managed to assert her will in many instances to direct the course of her life and her
realm in a capacity limited by her gender but certainly not her wit and ambition.
Her influence during the Severan rule was keenly felt and observed by public
and artist alike in a blend of positive and negative interpretations. Some
viewed her as strong while others would deem her ruthless. Some saw her as
beautiful and exotic while others found her plain.
Some saw merit in her virtuousness while others discounted her as depraved
and immoral. Hence, Julia Domna remains an enigma despite her obvious
accomplishments and widespread influence. While an art historical survey
yields many works depicting Julia Domna, only fragments of information may be
gleaned to form a sound judgment of her character and exploits. Discrepancies
persist but hopefully with additional studies, these pieces may coalesce into a
coherent picture of an empress worthy of the same examination accorded her
male contemporaries.


1 J.P.V.D. Balsdon,
Roman Women: Their History and Habits (London:
The Bodley Head, 1962), p. 151.

2 Alfred Brittain,
Woman in All Ages and in All Countries: Roman
(Philadelphia: Rittenhouse Press, 1908), p. 389.

3 Cassius Dio Cocceianus,
Dio's Roman History (Cambridge: Harvard
University Press, 1961), pp. 165-167.

4 The Scriptores Historiae
, trans. by David Magie, Vol. I (Cambridge: Harvard University
Press, 1960), Vol. 1, p 377.

5 Balsdon, p.150.

6 Michael Grant, Roman History
from Coins: Some Uses of the Imperial Coinage to the Historian
(Cambridge: Cambridge University Press, 1958), p. 42.

7 Anthony Birley,
Septimius Severus: The African Emperor (London: Eyre
& Spottiswoode, 1971), P. 241.

8 J. J. Pollitt, The Art of Rome: ca.
753 B.C. -337 A.D. Sources and Documents
(Englewood Cliffs, NJ: Prentice
Hall, 1966), p. 213.

9 Dio. p. 233.

10The Scriptores Historiae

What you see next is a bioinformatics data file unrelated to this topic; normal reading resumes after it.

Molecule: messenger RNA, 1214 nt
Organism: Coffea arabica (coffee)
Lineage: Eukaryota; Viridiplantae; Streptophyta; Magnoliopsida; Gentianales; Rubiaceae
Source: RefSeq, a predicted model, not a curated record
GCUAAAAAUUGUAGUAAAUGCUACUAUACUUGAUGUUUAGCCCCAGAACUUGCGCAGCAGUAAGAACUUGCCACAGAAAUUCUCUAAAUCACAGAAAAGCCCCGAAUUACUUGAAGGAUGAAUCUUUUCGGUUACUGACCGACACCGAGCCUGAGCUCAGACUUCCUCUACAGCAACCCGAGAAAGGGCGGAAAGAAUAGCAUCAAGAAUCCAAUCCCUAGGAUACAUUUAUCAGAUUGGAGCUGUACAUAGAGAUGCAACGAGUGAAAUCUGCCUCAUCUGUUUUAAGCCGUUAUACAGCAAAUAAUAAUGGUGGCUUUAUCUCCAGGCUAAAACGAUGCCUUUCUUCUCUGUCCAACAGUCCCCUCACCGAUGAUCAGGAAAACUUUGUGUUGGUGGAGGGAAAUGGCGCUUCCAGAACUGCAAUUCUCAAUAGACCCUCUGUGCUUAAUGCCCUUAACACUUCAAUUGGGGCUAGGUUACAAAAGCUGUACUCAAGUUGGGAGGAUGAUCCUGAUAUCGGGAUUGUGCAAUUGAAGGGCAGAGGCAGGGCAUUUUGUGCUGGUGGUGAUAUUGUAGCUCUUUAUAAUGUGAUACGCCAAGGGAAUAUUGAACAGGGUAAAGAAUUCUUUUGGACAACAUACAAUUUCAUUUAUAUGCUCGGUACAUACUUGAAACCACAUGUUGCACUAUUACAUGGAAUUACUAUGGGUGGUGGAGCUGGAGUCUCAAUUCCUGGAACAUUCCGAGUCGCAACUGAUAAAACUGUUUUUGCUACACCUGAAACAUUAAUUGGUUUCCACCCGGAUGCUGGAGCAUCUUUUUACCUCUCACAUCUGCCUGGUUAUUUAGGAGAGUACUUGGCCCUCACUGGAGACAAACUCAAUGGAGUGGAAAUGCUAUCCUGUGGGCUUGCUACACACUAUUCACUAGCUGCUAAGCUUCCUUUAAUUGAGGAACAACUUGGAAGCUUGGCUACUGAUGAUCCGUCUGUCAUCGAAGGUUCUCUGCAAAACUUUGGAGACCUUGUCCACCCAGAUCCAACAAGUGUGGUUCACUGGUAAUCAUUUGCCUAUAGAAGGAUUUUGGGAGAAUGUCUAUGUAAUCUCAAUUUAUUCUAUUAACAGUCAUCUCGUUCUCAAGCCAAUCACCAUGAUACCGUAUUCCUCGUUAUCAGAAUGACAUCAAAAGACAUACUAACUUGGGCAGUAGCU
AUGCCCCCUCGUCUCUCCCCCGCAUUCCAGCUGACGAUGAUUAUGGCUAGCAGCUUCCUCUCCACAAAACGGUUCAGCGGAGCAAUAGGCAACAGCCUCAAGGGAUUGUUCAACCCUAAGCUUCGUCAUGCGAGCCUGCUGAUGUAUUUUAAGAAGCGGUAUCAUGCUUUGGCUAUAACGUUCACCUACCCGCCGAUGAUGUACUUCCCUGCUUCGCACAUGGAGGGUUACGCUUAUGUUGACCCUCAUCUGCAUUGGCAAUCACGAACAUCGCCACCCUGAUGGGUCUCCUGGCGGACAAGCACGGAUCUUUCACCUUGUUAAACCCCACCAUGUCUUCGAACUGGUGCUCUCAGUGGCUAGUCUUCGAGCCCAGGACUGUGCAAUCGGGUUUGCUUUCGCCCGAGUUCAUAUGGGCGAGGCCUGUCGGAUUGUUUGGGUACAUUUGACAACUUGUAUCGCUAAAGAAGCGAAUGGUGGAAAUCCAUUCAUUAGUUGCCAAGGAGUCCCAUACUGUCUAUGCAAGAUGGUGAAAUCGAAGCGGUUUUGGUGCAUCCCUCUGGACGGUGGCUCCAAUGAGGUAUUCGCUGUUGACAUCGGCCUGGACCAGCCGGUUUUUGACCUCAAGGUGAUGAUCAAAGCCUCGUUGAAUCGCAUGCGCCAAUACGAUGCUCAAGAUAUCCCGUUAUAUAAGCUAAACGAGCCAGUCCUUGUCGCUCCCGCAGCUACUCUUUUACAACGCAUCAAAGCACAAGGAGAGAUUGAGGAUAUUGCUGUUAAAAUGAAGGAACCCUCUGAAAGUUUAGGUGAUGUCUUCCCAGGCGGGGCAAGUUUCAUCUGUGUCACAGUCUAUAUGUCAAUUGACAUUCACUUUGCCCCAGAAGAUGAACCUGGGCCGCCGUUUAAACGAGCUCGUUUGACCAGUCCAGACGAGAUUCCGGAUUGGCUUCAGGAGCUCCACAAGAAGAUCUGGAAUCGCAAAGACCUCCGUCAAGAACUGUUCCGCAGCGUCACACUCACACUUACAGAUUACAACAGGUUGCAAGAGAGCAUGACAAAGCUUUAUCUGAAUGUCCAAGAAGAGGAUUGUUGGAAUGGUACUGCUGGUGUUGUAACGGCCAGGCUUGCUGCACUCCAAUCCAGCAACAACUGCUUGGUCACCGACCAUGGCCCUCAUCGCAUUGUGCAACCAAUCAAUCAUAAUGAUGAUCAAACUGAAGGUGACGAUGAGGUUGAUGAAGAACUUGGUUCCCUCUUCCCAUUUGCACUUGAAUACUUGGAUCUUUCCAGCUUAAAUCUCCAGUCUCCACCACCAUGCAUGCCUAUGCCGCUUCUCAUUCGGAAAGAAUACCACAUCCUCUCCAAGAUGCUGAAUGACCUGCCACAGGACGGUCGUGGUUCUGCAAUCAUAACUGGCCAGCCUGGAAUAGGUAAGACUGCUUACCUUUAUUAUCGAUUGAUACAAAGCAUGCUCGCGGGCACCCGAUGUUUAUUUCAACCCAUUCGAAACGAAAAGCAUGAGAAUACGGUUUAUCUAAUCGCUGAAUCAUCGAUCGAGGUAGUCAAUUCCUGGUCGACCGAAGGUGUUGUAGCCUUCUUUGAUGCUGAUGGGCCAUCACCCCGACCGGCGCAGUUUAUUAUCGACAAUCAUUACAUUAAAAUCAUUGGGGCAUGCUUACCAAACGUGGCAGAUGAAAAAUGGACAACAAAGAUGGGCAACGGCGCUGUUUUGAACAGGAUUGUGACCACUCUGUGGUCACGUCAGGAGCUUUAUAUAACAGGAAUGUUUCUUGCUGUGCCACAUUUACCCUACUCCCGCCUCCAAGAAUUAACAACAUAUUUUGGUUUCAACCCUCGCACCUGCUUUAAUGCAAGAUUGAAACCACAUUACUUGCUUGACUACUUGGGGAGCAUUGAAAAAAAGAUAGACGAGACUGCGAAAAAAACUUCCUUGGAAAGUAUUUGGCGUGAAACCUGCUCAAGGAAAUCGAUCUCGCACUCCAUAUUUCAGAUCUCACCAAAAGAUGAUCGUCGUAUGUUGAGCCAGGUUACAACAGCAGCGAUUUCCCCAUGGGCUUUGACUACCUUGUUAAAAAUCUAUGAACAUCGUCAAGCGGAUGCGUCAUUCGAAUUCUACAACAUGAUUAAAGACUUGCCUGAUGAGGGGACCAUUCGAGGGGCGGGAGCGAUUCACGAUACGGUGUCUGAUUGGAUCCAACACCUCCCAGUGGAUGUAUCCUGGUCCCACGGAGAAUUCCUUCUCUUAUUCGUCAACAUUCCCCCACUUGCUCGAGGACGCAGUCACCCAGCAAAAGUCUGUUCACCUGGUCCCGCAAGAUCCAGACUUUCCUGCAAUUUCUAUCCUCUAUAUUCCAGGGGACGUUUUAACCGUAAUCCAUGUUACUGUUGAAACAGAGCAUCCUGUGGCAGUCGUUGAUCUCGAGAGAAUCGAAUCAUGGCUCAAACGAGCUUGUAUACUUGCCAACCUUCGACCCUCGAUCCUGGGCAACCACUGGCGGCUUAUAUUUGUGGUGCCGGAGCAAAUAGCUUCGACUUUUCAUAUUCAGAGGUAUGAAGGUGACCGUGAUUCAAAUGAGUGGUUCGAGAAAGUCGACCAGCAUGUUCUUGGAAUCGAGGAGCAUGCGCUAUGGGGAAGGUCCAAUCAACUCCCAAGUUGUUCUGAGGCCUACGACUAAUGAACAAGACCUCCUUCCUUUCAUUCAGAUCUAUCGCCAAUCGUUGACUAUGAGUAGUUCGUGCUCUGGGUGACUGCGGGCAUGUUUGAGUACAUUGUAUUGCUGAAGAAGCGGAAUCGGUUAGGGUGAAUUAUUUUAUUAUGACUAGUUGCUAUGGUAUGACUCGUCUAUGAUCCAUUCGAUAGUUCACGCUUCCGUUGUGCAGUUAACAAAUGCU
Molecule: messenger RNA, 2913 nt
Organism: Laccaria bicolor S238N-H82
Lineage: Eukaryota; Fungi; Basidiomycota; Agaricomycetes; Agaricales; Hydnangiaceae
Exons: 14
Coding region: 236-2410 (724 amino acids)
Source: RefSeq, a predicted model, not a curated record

Vol. I, pp. 414-415.

11 Lives of the Twelve Caesars trans. by
Anthony Birley (New York: Penguin Books, 1976), p. 259.

12 Brittain, p. 389.

13 Grant, p. 42.

14Giorgio Giacosa,
Women of the Caesars: Their Lives and Portraits on Coins
trans. by R. Ross Holloway (Milan: Edizioni Arte e
Moneta, 1977), p. 56, plate XXXVIII.

15 Ibid.

16 Dio, pp. 281-283.

17 Charles Seltman,
Women in Antiquity (New York: St. Martin's
Press, 1955), p. 179

18 Dio, p. 327.

19 Balsdon, p. 155.

20 Ibid.

21 George M. A.
Hanfmann, Roman Art: A Modern Survey of the Art of
Imperial Rome
(Greenwich: New York Graphic Society, n.a.), plate XLVIII.

22 Birley, Septimius Severus: The
African Emperor,
p. 271.

23 Hanfmann, plate EXVIII.

24Giacosa, p. 57, plate XXXIX.

25 Giacosa, p. 57, plate XLI.

26 Giacosa, pp. 57-58.

27 Giacosa, pp. 58-59.

28 Richard Forson,
Fashions in Hair: The First Five Thousand Years
(London: Peter Owen, 1965). pp. 75-76.

29 Virginia da Costa, Lecture,
California University of Long Beach, March 6, 1996.

30 Jale Inan & Elisabeth
Rosenbaum, Roman and Early Byzantine Portrait Sculpture in Asia Minor
(London: Oxford University Press, 1966), pp. 96, 115, 129, 175.

31 Pollitt, p. 189.

32 Ibid.

33 D E. Strong, Roman Imperial
Sculpture: An Introduction to The Commemorative and Decorative
Sculpture of the Roman Empire Down to the Death of
(London: Alec Tiranti, 1961), p. 66.

34J.M.C. Toynbee, The Art of the
(New York: Frederick A Praeger, 1965), p. 75.

35Anthony Bonanno, "Sculpture" in
A Handbook of Roman Art: A Comprehensive Survey of All the Arts of
the Roman World.
Martin Henig, ed. (Ithaca: Cornell University
Press, 1982), p. 91.

36 Susan Wood, Roman Portrait
Sculpture 217-260 A. D.
(Leiden, Netherlands: E. J. Brill, 1986), p. 64.

37Bonanno, p. 147.


Assa, Janine. The Great Roman
Translated by Anne Hollander. New York: Grove Press, 1960.

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____. Roman Historical

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, Leiden, Netherlands: E.J. Brill, 1986.